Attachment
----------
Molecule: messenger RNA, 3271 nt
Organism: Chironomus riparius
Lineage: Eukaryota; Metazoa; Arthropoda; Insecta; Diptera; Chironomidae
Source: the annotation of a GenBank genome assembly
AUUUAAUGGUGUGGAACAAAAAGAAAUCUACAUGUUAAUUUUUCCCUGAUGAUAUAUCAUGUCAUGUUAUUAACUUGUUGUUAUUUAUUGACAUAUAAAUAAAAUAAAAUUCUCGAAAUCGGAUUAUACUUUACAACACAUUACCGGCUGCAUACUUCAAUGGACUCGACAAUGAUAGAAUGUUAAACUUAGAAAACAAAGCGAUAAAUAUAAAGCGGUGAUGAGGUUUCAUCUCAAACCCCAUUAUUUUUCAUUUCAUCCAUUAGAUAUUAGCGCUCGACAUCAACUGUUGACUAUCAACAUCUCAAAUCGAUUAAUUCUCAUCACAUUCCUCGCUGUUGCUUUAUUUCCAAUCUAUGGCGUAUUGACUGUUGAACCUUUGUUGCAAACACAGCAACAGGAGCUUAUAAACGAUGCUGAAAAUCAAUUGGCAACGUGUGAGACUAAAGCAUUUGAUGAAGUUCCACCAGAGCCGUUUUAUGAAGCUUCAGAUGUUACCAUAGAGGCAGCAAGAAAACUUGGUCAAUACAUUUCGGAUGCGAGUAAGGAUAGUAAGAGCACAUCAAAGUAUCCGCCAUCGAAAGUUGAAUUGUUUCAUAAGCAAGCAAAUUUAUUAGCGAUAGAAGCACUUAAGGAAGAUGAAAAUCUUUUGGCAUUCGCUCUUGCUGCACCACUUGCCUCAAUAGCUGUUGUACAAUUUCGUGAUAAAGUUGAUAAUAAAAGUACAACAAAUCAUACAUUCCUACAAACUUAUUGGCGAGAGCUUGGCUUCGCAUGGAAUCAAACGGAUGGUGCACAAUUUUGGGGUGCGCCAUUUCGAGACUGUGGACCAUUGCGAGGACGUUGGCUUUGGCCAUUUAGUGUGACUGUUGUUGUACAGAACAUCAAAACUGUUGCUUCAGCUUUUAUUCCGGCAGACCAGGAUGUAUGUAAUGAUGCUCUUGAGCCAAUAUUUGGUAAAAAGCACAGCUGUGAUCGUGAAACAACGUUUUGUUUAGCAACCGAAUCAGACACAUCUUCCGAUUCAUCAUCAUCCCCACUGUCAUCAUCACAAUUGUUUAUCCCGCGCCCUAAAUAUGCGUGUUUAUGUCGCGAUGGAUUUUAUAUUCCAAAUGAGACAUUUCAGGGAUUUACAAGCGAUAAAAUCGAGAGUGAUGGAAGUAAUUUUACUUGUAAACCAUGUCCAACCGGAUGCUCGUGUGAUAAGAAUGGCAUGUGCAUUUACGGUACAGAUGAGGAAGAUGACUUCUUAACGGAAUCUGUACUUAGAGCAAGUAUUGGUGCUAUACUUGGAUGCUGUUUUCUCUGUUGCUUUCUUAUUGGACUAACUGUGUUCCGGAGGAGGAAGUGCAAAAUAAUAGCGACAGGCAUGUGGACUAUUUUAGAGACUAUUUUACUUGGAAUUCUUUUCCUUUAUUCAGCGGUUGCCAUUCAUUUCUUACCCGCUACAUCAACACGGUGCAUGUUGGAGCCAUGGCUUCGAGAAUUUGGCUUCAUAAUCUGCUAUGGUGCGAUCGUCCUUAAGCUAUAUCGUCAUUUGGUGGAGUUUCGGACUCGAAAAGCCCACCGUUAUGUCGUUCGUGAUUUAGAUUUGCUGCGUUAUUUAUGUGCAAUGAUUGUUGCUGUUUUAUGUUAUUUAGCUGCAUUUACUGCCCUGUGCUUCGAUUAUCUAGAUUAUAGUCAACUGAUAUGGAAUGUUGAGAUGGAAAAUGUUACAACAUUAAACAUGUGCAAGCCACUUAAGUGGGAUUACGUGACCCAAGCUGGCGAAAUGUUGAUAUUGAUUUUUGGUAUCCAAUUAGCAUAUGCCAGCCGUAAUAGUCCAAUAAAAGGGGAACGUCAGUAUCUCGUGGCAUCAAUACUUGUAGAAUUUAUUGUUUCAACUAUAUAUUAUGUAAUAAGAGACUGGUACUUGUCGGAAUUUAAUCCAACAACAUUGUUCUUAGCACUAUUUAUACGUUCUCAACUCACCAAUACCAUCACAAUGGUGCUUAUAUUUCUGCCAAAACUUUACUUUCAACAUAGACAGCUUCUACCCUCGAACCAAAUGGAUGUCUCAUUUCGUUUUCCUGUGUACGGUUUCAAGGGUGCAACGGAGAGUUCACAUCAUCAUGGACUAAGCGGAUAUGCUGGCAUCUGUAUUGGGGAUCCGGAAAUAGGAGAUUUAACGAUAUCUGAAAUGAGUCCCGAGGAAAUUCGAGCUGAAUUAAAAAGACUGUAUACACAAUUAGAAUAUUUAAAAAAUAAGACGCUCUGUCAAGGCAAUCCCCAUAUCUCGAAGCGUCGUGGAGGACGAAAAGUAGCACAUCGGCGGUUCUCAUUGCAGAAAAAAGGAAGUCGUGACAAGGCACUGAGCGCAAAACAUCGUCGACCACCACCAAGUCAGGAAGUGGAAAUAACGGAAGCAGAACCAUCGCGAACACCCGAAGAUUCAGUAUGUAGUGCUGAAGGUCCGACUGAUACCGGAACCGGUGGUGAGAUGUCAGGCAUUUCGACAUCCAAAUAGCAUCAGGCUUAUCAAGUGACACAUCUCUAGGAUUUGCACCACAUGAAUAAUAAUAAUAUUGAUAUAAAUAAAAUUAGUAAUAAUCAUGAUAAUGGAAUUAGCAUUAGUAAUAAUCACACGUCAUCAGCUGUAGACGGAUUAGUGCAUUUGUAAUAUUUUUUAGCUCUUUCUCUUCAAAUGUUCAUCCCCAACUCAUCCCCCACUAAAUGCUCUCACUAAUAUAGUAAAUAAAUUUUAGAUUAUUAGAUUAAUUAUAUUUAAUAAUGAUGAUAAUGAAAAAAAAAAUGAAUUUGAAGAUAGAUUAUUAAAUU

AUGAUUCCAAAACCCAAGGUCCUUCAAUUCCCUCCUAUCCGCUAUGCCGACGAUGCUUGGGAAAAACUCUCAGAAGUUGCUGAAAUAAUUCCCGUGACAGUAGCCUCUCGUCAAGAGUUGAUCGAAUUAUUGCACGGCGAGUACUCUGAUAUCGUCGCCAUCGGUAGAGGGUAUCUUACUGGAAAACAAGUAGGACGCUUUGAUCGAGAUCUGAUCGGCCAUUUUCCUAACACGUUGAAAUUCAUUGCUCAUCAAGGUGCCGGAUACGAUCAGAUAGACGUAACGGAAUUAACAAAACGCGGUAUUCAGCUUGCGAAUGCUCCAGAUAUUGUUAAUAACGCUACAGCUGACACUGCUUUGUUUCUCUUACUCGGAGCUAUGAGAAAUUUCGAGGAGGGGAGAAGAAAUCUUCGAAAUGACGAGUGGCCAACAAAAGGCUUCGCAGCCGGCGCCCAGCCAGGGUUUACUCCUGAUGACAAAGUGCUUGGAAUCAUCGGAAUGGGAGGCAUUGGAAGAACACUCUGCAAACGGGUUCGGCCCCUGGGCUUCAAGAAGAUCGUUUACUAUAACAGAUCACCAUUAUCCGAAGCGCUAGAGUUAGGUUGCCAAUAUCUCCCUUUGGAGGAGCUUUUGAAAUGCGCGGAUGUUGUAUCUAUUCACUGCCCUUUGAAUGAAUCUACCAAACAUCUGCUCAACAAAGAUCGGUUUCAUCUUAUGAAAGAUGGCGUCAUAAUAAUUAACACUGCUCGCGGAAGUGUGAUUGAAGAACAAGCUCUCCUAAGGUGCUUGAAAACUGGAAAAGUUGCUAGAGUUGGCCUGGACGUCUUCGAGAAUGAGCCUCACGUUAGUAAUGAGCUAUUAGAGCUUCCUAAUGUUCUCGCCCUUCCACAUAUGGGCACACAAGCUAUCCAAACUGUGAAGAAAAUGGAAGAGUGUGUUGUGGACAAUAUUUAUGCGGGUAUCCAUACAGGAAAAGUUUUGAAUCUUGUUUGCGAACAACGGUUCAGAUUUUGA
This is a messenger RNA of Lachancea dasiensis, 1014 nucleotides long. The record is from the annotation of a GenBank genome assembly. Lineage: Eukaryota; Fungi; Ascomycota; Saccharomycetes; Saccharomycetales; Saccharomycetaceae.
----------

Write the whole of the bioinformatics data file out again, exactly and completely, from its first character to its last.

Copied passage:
Molecule: messenger RNA, 3271 nt
Organism: Chironomus riparius
Lineage: Eukaryota; Metazoa; Arthropoda; Insecta; Diptera; Chironomidae
Source: the annotation of a GenBank genome assembly
AUUUAAUGGUGUGGAACAAAAAGAAAUCUACAUGUUAAUUUUUCCCUGAUGAUAUAUCAUGUCAUGUUAUUAACUUGUUGUUAUUUAUUGACAUAUAAAUAAAAUAAAAUUCUCGAAAUCGGAUUAUACUUUACAACACAUUACCGGCUGCAUACUUCAAUGGACUCGACAAUGAUAGAAUGUUAAACUUAGAAAACAAAGCGAUAAAUAUAAAGCGGUGAUGAGGUUUCAUCUCAAACCCCAUUAUUUUUCAUUUCAUCCAUUAGAUAUUAGCGCUCGACAUCAACUGUUGACUAUCAACAUCUCAAAUCGAUUAAUUCUCAUCACAUUCCUCGCUGUUGCUUUAUUUCCAAUCUAUGGCGUAUUGACUGUUGAACCUUUGUUGCAAACACAGCAACAGGAGCUUAUAAACGAUGCUGAAAAUCAAUUGGCAACGUGUGAGACUAAAGCAUUUGAUGAAGUUCCACCAGAGCCGUUUUAUGAAGCUUCAGAUGUUACCAUAGAGGCAGCAAGAAAACUUGGUCAAUACAUUUCGGAUGCGAGUAAGGAUAGUAAGAGCACAUCAAAGUAUCCGCCAUCGAAAGUUGAAUUGUUUCAUAAGCAAGCAAAUUUAUUAGCGAUAGAAGCACUUAAGGAAGAUGAAAAUCUUUUGGCAUUCGCUCUUGCUGCACCACUUGCCUCAAUAGCUGUUGUACAAUUUCGUGAUAAAGUUGAUAAUAAAAGUACAACAAAUCAUACAUUCCUACAAACUUAUUGGCGAGAGCUUGGCUUCGCAUGGAAUCAAACGGAUGGUGCACAAUUUUGGGGUGCGCCAUUUCGAGACUGUGGACCAUUGCGAGGACGUUGGCUUUGGCCAUUUAGUGUGACUGUUGUUGUACAGAACAUCAAAACUGUUGCUUCAGCUUUUAUUCCGGCAGACCAGGAUGUAUGUAAUGAUGCUCUUGAGCCAAUAUUUGGUAAAAAGCACAGCUGUGAUCGUGAAACAACGUUUUGUUUAGCAACCGAAUCAGACACAUCUUCCGAUUCAUCAUCAUCCCCACUGUCAUCAUCACAAUUGUUUAUCCCGCGCCCUAAAUAUGCGUGUUUAUGUCGCGAUGGAUUUUAUAUUCCAAAUGAGACAUUUCAGGGAUUUACAAGCGAUAAAAUCGAGAGUGAUGGAAGUAAUUUUACUUGUAAACCAUGUCCAACCGGAUGCUCGUGUGAUAAGAAUGGCAUGUGCAUUUACGGUACAGAUGAGGAAGAUGACUUCUUAACGGAAUCUGUACUUAGAGCAAGUAUUGGUGCUAUACUUGGAUGCUGUUUUCUCUGUUGCUUUCUUAUUGGACUAACUGUGUUCCGGAGGAGGAAGUGCAAAAUAAUAGCGACAGGCAUGUGGACUAUUUUAGAGACUAUUUUACUUGGAAUUCUUUUCCUUUAUUCAGCGGUUGCCAUUCAUUUCUUACCCGCUACAUCAACACGGUGCAUGUUGGAGCCAUGGCUUCGAGAAUUUGGCUUCAUAAUCUGCUAUGGUGCGAUCGUCCUUAAGCUAUAUCGUCAUUUGGUGGAGUUUCGGACUCGAAAAGCCCACCGUUAUGUCGUUCGUGAUUUAGAUUUGCUGCGUUAUUUAUGUGCAAUGAUUGUUGCUGUUUUAUGUUAUUUAGCUGCAUUUACUGCCCUGUGCUUCGAUUAUCUAGAUUAUAGUCAACUGAUAUGGAAUGUUGAGAUGGAAAAUGUUACAACAUUAAACAUGUGCAAGCCACUUAAGUGGGAUUACGUGACCCAAGCUGGCGAAAUGUUGAUAUUGAUUUUUGGUAUCCAAUUAGCAUAUGCCAGCCGUAAUAGUCCAAUAAAAGGGGAACGUCAGUAUCUCGUGGCAUCAAUACUUGUAGAAUUUAUUGUUUCAACUAUAUAUUAUGUAAUAAGAGACUGGUACUUGUCGGAAUUUAAUCCAACAACAUUGUUCUUAGCACUAUUUAUACGUUCUCAACUCACCAAUACCAUCACAAUGGUGCUUAUAUUUCUGCCAAAACUUUACUUUCAACAUAGACAGCUUCUACCCUCGAACCAAAUGGAUGUCUCAUUUCGUUUUCCUGUGUACGGUUUCAAGGGUGCAACGGAGAGUUCACAUCAUCAUGGACUAAGCGGAUAUGCUGGCAUCUGUAUUGGGGAUCCGGAAAUAGGAGAUUUAACGAUAUCUGAAAUGAGUCCCGAGGAAAUUCGAGCUGAAUUAAAAAGACUGUAUACACAAUUAGAAUAUUUAAAAAAUAAGACGCUCUGUCAAGGCAAUCCCCAUAUCUCGAAGCGUCGUGGAGGACGAAAAGUAGCACAUCGGCGGUUCUCAUUGCAGAAAAAAGGAAGUCGUGACAAGGCACUGAGCGCAAAACAUCGUCGACCACCACCAAGUCAGGAAGUGGAAAUAACGGAAGCAGAACCAUCGCGAACACCCGAAGAUUCAGUAUGUAGUGCUGAAGGUCCGACUGAUACCGGAACCGGUGGUGAGAUGUCAGGCAUUUCGACAUCCAAAUAGCAUCAGGCUUAUCAAGUGACACAUCUCUAGGAUUUGCACCACAUGAAUAAUAAUAAUAUUGAUAUAAAUAAAAUUAGUAAUAAUCAUGAUAAUGGAAUUAGCAUUAGUAAUAAUCACACGUCAUCAGCUGUAGACGGAUUAGUGCAUUUGUAAUAUUUUUUAGCUCUUUCUCUUCAAAUGUUCAUCCCCAACUCAUCCCCCACUAAAUGCUCUCACUAAUAUAGUAAAUAAAUUUUAGAUUAUUAGAUUAAUUAUAUUUAAUAAUGAUGAUAAUGAAAAAAAAAAUGAAUUUGAAGAUAGAUUAUUAAAUU

AUGAUUCCAAAACCCAAGGUCCUUCAAUUCCCUCCUAUCCGCUAUGCCGACGAUGCUUGGGAAAAACUCUCAGAAGUUGCUGAAAUAAUUCCCGUGACAGUAGCCUCUCGUCAAGAGUUGAUCGAAUUAUUGCACGGCGAGUACUCUGAUAUCGUCGCCAUCGGUAGAGGGUAUCUUACUGGAAAACAAGUAGGACGCUUUGAUCGAGAUCUGAUCGGCCAUUUUCCUAACACGUUGAAAUUCAUUGCUCAUCAAGGUGCCGGAUACGAUCAGAUAGACGUAACGGAAUUAACAAAACGCGGUAUUCAGCUUGCGAAUGCUCCAGAUAUUGUUAAUAACGCUACAGCUGACACUGCUUUGUUUCUCUUACUCGGAGCUAUGAGAAAUUUCGAGGAGGGGAGAAGAAAUCUUCGAAAUGACGAGUGGCCAACAAAAGGCUUCGCAGCCGGCGCCCAGCCAGGGUUUACUCCUGAUGACAAAGUGCUUGGAAUCAUCGGAAUGGGAGGCAUUGGAAGAACACUCUGCAAACGGGUUCGGCCCCUGGGCUUCAAGAAGAUCGUUUACUAUAACAGAUCACCAUUAUCCGAAGCGCUAGAGUUAGGUUGCCAAUAUCUCCCUUUGGAGGAGCUUUUGAAAUGCGCGGAUGUUGUAUCUAUUCACUGCCCUUUGAAUGAAUCUACCAAACAUCUGCUCAACAAAGAUCGGUUUCAUCUUAUGAAAGAUGGCGUCAUAAUAAUUAACACUGCUCGCGGAAGUGUGAUUGAAGAACAAGCUCUCCUAAGGUGCUUGAAAACUGGAAAAGUUGCUAGAGUUGGCCUGGACGUCUUCGAGAAUGAGCCUCACGUUAGUAAUGAGCUAUUAGAGCUUCCUAAUGUUCUCGCCCUUCCACAUAUGGGCACACAAGCUAUCCAAACUGUGAAGAAAAUGGAAGAGUGUGUUGUGGACAAUAUUUAUGCGGGUAUCCAUACAGGAAAAGUUUUGAAUCUUGUUUGCGAACAACGGUUCAGAUUUUGA
This is a messenger RNA of Lachancea dasiensis, 1014 nucleotides long. The record is from the annotation of a GenBank genome assembly. Lineage: Eukaryota; Fungi; Ascomycota; Saccharomycetes; Saccharomycetales; Saccharomycetaceae.